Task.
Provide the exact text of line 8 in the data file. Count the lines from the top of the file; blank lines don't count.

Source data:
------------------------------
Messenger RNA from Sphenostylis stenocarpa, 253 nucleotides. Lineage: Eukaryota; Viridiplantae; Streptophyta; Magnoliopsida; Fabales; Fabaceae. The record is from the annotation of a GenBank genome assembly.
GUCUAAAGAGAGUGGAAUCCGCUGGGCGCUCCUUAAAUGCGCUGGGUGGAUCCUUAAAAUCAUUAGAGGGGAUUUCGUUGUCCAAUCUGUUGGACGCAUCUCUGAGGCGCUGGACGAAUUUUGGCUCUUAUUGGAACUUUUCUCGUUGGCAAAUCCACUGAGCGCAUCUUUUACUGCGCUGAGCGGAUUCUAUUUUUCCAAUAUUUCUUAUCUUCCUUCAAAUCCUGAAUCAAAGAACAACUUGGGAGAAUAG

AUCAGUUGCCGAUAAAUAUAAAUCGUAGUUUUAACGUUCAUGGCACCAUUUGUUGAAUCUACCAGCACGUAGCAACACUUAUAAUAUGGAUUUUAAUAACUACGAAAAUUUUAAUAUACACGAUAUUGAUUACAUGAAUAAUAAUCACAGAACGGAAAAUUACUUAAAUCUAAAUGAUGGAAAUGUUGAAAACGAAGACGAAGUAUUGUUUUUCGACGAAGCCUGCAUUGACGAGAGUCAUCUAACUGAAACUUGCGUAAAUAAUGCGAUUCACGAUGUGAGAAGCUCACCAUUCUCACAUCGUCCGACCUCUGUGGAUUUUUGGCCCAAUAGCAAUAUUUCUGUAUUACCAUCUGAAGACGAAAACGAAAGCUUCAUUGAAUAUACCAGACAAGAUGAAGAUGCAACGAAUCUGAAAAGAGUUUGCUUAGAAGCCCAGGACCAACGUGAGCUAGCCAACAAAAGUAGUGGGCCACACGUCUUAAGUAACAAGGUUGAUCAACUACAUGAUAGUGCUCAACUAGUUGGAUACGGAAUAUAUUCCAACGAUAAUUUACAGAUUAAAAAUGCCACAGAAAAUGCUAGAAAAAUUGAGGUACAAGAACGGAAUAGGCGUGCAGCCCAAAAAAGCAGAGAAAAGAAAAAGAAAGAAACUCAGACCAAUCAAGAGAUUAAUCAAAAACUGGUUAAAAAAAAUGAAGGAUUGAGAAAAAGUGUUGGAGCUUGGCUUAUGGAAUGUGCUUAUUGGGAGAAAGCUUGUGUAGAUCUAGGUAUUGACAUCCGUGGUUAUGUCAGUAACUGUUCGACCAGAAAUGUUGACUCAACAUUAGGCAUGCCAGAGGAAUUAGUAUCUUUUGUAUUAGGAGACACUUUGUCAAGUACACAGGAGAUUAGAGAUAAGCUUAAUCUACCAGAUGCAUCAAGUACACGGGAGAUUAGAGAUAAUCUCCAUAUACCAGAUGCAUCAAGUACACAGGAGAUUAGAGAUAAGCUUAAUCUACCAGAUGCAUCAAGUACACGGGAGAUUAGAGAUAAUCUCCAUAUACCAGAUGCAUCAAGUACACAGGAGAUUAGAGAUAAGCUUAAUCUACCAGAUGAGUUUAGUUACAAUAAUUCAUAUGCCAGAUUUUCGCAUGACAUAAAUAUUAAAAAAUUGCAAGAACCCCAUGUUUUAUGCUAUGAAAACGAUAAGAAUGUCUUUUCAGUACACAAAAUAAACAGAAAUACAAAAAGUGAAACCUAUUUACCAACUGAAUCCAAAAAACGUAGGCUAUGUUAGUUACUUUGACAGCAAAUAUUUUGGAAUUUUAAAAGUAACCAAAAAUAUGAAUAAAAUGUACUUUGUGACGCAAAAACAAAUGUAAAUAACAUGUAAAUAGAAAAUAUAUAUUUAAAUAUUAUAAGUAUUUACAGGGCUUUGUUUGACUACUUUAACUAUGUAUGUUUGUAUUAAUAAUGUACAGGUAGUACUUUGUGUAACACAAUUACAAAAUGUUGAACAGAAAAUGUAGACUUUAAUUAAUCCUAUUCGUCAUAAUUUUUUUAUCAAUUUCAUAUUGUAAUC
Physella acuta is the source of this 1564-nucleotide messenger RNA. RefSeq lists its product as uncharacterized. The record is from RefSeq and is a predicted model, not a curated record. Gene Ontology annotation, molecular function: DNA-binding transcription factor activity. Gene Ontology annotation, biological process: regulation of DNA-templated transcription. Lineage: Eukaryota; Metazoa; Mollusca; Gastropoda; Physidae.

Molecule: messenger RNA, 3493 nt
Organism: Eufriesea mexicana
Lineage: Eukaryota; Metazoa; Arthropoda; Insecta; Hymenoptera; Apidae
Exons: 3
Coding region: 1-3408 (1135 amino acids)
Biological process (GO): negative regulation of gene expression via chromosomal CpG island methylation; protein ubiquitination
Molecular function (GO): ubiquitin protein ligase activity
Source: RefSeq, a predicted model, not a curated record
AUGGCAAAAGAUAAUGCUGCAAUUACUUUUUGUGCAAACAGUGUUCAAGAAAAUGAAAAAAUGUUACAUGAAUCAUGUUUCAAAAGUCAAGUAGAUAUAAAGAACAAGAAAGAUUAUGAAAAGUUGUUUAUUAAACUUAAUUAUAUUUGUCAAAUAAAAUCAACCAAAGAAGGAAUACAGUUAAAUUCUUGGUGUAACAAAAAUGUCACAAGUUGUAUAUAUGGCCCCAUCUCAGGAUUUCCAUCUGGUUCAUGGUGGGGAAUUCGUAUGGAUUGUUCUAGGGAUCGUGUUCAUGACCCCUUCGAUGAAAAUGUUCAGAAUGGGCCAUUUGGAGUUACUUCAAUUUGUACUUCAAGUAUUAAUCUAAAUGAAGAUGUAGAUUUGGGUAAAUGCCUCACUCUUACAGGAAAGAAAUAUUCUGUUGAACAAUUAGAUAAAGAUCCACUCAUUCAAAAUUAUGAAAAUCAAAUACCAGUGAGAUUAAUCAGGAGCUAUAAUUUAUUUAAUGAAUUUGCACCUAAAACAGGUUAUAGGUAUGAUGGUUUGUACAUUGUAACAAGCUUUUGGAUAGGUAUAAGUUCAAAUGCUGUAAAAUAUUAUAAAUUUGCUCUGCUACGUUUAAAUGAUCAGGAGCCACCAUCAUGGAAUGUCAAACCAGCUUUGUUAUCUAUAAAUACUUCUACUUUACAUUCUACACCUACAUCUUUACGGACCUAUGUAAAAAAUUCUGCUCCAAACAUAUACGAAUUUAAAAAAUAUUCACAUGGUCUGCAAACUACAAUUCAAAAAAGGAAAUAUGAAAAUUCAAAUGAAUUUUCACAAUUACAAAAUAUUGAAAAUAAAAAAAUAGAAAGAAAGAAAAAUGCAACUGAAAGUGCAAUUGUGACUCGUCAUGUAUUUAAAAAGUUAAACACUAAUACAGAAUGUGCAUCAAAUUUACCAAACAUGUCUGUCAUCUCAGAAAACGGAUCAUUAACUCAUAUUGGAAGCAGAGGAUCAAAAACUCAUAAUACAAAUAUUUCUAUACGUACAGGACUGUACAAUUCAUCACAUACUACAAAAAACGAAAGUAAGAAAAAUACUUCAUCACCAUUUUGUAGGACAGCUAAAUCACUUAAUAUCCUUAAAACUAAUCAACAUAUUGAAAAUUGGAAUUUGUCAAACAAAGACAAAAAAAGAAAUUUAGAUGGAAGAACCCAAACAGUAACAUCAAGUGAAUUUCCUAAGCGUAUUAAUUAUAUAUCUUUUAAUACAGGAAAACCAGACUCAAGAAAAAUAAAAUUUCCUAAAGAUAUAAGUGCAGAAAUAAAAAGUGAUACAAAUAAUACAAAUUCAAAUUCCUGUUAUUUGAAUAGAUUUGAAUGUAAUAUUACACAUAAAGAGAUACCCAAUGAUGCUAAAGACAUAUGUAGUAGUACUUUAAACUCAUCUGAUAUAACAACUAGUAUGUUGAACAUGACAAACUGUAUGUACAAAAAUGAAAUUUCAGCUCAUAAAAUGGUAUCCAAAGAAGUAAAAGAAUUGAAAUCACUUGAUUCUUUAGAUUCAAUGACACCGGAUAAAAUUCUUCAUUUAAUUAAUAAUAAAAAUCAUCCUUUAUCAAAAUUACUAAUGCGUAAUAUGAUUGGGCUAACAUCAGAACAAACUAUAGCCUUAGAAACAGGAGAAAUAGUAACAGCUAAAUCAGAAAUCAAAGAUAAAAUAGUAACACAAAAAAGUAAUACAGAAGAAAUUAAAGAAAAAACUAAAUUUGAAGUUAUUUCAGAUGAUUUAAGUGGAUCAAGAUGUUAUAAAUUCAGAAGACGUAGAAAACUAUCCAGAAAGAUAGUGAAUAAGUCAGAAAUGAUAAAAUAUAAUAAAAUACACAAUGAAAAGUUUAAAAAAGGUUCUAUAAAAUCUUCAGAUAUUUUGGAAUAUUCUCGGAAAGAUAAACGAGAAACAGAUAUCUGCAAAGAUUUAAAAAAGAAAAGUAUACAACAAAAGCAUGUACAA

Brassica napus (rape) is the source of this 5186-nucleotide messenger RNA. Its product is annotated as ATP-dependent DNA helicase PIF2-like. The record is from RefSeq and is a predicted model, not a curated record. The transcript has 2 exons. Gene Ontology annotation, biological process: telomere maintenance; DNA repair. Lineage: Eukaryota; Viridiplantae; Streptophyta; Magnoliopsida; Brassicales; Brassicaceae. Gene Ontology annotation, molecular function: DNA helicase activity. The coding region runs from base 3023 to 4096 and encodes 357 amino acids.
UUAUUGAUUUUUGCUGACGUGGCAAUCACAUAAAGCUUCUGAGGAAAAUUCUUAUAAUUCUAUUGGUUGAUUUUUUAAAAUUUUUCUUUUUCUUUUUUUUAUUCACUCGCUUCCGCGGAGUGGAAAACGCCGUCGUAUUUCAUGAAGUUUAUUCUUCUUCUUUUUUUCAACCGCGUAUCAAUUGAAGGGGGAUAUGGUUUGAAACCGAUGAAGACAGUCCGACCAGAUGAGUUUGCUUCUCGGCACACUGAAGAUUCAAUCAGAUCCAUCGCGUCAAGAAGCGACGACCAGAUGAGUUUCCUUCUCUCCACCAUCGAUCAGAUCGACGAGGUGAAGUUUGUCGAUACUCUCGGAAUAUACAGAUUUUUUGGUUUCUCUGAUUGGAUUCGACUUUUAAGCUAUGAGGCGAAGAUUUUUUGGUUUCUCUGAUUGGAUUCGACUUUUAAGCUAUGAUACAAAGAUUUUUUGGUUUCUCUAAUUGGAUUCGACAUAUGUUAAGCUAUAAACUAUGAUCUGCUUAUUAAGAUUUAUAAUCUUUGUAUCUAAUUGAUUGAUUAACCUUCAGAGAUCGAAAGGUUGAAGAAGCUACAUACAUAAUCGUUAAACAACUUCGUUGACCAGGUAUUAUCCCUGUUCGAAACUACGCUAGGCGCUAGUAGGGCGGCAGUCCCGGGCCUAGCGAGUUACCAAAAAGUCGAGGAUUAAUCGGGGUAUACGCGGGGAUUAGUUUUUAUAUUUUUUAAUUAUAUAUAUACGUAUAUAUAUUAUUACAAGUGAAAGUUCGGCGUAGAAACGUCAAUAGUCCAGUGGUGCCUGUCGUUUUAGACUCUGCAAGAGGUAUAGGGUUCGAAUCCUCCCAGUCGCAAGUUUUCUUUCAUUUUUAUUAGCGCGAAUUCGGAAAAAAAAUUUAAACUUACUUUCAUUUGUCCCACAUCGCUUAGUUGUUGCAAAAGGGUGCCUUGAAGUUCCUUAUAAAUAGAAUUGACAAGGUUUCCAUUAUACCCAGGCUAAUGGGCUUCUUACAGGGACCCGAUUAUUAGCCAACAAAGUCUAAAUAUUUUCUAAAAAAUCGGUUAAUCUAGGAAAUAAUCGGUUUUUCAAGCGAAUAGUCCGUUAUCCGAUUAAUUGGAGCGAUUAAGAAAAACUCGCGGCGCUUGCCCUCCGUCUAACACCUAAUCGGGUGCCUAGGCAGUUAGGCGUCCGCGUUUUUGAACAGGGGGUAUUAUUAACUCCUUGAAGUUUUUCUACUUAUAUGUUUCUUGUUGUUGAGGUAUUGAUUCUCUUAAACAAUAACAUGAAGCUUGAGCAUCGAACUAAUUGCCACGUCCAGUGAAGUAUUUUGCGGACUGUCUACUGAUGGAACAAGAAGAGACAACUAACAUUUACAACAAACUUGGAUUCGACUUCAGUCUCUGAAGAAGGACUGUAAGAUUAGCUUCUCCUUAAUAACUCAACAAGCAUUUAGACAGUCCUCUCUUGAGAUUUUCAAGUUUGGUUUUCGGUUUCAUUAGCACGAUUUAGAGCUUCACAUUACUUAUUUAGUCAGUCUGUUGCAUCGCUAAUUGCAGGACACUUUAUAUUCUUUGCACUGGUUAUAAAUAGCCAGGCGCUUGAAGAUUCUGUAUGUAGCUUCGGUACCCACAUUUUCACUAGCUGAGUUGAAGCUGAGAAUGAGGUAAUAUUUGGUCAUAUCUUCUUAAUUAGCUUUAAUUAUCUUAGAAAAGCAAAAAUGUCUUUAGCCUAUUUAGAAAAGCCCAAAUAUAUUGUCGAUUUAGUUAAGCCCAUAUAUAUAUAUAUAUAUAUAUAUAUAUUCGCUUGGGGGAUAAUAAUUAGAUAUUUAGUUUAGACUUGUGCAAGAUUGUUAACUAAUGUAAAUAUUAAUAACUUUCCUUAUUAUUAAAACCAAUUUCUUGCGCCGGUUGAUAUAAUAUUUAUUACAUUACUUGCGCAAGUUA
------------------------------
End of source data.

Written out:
Exons: 3